Friday, December 26, 2008

The Worry of Oil Bonds

In 2008, the Government of India issued oil bond worth billions of dollars to compensate state-run Oil Marketing Companies (OMCs) for the huge losses they incurred in subsidising oil sold in India. This system is dangerous and will have major ramifications in the future.

Bonds are a most ingenious financial instrument: they're counted as debt, but only in the future. Bonds need not be mentioned in the current account deficit or as expenditure. This creates an illusion of a Government that is extremely fiscally responsible. Such an illusion if false.

When the time comes for the Government of the day to redeem these oil bonds, the cat will come flying out of the bag. The Government cannot default on these bonds, it has to find some way to get the money to repay them. Now, one way would be to boost exports and use the earnings to pay them back. But with the ever-widening trade deficit, that seems highly unlikely. The other way is to sell off State-owned assets. While that could happen, there will be huge opposition to it, and it will take a very brave (and numerically strong) government indeed to go ahead with it. If the Left ever comes to power, that can be ruled out entirely.

Then there is the option of raising taxes. That seems to be exactly what the Government will be doing. While we drive our fuel-inefficient cars to work, ignoring public transport and our own two feet, we are being bolstered by cheap fuel, all subsidised. What worries me the most is that this indulgence will hurt future generations. They (we) will have to pay more in taxes, consumption will be dragged down and the economy will follow. That's the dangerous future being gifted to us by the UPA.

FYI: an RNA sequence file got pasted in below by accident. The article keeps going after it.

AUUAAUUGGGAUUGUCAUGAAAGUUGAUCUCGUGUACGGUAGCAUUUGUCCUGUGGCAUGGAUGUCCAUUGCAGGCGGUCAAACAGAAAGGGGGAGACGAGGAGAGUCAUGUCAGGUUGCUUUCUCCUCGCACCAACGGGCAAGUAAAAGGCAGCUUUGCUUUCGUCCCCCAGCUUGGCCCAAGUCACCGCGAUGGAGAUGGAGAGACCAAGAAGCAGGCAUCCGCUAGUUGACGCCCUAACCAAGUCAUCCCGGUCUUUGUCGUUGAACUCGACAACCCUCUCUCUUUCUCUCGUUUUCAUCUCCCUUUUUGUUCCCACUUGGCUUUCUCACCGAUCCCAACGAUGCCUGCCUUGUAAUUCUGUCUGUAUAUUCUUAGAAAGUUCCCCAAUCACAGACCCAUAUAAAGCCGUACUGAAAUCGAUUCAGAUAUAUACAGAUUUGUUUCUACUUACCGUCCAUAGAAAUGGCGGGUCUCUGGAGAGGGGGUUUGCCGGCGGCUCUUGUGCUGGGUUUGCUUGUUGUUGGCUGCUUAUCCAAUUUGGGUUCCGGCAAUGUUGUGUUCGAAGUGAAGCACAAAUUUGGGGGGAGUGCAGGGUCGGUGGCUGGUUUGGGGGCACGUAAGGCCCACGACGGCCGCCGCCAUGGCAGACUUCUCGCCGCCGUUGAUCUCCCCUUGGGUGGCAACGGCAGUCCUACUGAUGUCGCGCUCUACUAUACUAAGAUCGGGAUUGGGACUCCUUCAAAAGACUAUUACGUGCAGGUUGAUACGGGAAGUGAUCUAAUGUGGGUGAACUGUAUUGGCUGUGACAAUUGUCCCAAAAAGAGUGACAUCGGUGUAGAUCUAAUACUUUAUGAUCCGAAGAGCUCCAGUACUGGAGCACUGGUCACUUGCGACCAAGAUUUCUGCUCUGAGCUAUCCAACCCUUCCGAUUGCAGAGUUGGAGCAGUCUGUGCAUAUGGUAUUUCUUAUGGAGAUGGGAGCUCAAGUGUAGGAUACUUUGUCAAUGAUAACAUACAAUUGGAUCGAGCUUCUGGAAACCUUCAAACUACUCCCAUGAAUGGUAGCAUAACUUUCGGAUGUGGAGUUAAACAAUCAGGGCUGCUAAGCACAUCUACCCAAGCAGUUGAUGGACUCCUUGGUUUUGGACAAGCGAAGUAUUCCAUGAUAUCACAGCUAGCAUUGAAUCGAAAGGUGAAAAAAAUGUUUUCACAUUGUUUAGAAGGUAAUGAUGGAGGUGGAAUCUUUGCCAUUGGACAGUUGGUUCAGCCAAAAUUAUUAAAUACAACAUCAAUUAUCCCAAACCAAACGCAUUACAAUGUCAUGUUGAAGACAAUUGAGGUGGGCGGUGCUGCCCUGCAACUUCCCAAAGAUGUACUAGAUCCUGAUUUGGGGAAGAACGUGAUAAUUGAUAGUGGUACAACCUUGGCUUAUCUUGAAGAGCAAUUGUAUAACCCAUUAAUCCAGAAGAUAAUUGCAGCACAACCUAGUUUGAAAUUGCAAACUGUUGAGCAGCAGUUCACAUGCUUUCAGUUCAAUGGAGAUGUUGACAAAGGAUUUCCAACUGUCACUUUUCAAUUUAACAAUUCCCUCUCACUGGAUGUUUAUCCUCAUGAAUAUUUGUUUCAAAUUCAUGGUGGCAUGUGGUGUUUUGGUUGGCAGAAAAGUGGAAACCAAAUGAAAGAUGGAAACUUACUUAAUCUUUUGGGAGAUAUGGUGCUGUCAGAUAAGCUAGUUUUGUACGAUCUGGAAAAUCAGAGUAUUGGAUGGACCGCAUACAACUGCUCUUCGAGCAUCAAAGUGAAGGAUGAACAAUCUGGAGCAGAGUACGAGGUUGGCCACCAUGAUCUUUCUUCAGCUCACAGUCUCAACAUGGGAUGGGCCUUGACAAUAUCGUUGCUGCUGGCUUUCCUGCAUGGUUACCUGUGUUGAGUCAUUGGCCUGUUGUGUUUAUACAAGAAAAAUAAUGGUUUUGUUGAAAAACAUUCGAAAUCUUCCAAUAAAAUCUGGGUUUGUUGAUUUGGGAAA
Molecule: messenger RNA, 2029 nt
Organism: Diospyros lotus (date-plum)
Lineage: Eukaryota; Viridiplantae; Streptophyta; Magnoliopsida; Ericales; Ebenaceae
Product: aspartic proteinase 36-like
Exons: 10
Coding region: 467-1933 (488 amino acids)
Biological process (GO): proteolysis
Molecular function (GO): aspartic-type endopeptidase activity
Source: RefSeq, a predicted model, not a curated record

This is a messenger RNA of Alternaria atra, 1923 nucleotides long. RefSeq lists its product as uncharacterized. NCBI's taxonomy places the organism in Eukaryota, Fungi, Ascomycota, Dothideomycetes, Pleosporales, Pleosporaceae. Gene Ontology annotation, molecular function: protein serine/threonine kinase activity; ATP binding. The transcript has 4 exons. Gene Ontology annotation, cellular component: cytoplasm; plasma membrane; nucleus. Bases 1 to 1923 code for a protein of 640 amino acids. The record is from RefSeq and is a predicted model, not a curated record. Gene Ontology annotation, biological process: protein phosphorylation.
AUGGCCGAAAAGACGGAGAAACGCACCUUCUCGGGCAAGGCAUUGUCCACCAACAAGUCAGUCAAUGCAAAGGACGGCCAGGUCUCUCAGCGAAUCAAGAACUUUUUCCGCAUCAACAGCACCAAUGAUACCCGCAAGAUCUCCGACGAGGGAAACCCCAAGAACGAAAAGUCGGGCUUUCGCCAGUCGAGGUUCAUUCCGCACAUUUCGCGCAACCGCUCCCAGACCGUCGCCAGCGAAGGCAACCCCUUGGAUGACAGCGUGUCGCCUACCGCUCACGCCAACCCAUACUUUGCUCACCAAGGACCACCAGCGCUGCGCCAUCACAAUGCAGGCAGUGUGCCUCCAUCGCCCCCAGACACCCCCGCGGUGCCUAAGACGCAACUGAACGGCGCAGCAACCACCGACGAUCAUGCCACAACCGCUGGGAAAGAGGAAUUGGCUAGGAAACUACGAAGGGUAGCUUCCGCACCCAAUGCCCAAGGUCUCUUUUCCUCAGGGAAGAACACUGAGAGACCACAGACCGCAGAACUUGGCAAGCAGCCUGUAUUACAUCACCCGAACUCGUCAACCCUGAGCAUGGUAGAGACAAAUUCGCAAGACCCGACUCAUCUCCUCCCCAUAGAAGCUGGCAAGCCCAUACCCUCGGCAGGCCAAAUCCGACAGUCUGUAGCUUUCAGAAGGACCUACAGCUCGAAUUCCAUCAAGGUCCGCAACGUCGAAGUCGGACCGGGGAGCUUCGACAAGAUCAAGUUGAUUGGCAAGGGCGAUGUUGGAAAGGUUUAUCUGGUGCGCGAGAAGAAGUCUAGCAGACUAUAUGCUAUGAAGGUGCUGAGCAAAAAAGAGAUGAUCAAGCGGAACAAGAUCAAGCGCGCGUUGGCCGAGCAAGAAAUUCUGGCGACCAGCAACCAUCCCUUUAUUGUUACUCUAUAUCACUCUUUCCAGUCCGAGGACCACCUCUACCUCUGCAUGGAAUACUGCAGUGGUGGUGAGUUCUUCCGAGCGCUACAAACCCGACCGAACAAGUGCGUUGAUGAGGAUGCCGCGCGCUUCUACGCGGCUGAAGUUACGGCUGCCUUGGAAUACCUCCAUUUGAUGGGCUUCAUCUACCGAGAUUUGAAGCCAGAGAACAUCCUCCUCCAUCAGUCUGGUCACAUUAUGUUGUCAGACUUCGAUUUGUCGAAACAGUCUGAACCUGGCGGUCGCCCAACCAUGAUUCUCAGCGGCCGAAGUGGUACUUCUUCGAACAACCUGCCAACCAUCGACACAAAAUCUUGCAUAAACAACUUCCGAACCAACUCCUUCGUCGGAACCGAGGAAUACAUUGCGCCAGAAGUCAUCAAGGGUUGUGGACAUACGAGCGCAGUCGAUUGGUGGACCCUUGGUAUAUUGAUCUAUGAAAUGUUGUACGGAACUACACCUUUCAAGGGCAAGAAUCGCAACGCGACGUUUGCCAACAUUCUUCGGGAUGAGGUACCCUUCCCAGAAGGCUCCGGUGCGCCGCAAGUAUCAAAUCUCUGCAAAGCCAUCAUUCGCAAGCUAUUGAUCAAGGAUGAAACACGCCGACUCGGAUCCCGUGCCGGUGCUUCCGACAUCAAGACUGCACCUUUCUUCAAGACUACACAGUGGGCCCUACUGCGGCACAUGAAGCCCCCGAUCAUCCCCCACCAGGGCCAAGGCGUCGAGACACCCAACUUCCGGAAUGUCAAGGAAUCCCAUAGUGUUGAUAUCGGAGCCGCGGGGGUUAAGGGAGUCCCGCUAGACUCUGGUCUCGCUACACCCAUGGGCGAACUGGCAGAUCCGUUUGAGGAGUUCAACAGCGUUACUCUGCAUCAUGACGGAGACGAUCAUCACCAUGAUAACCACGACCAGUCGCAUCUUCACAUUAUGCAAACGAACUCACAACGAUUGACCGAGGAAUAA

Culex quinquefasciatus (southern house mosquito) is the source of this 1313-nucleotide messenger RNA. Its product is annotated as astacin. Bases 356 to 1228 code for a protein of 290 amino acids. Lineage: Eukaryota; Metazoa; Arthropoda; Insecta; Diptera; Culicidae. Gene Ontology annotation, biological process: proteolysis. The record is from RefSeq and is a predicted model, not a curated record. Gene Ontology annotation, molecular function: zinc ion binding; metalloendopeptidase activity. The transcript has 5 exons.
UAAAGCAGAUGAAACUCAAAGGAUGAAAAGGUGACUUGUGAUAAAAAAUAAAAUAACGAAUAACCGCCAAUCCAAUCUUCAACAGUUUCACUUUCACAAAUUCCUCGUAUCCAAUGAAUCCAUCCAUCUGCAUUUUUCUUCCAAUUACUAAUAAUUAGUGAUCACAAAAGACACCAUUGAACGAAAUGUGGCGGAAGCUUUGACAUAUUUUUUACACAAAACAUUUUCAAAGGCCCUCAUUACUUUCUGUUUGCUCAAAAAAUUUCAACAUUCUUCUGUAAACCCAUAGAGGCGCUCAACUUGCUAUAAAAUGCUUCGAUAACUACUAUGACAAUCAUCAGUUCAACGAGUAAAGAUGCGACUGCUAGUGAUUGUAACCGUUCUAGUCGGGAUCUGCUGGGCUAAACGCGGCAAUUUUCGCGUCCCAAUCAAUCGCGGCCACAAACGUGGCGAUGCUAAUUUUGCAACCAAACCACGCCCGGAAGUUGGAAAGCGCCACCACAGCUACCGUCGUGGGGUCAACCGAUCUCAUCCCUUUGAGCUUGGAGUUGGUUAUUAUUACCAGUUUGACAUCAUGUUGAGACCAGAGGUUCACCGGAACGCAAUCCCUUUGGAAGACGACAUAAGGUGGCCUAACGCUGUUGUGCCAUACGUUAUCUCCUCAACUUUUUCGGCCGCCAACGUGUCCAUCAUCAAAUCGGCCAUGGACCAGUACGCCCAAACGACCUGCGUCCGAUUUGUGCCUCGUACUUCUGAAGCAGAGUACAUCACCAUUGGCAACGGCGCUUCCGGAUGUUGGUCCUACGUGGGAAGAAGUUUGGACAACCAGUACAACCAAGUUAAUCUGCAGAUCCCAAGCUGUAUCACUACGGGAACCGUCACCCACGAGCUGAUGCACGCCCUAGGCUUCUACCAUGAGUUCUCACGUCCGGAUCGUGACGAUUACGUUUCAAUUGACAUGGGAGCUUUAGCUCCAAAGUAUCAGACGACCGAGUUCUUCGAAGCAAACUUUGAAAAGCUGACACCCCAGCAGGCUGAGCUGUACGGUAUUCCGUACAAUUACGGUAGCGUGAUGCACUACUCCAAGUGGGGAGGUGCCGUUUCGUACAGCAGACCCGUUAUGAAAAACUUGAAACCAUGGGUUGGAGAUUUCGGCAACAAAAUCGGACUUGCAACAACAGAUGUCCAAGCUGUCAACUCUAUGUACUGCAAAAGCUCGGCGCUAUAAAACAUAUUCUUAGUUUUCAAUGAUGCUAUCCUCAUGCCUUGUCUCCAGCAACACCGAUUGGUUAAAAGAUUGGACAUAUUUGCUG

The solution however, is complex. There is no question of lifting oil subsidies: both from a political and moral point of view, it is wrong. Political, because it would anger the masses who, sadly, think the Government can simply print money without worrying about it. Moral, because most people in India live below the poverty line and cannot afford the Kerosene required to cook. There is however, a middle path: differential subsidies.

The current policy of the Government is to issue blanket subsidies on oil products: that means everyone from the local farmer to Mukesh Ambani use subsidise fuel. While the poor really need it, those earning several lakhs a year do not. And that's where the political courage comes in: to remove subsidies, wholly or in part, to higher income groups. They can afford it, and if they can't, they can at least afford a bus ticket. If they want the luxury of a car, they must be ready to pay for it; that's a basic tenet of capitalism. However, those making just enough money to survive cannot afford even a bus ticket and need subsidies to stay alive. It would be inhuman to lift subsidies on them.

You can play around with everything except the economy. If you try to mess with the economy, it will come back to bite you. The danger of creating too much debt and praying to God to make the next generation pay it off is huge. It will take some visionary steps to correct our course. The Congress in 1991 made such bold decisions. Sadly, the UPA is not the Congress of 1991.

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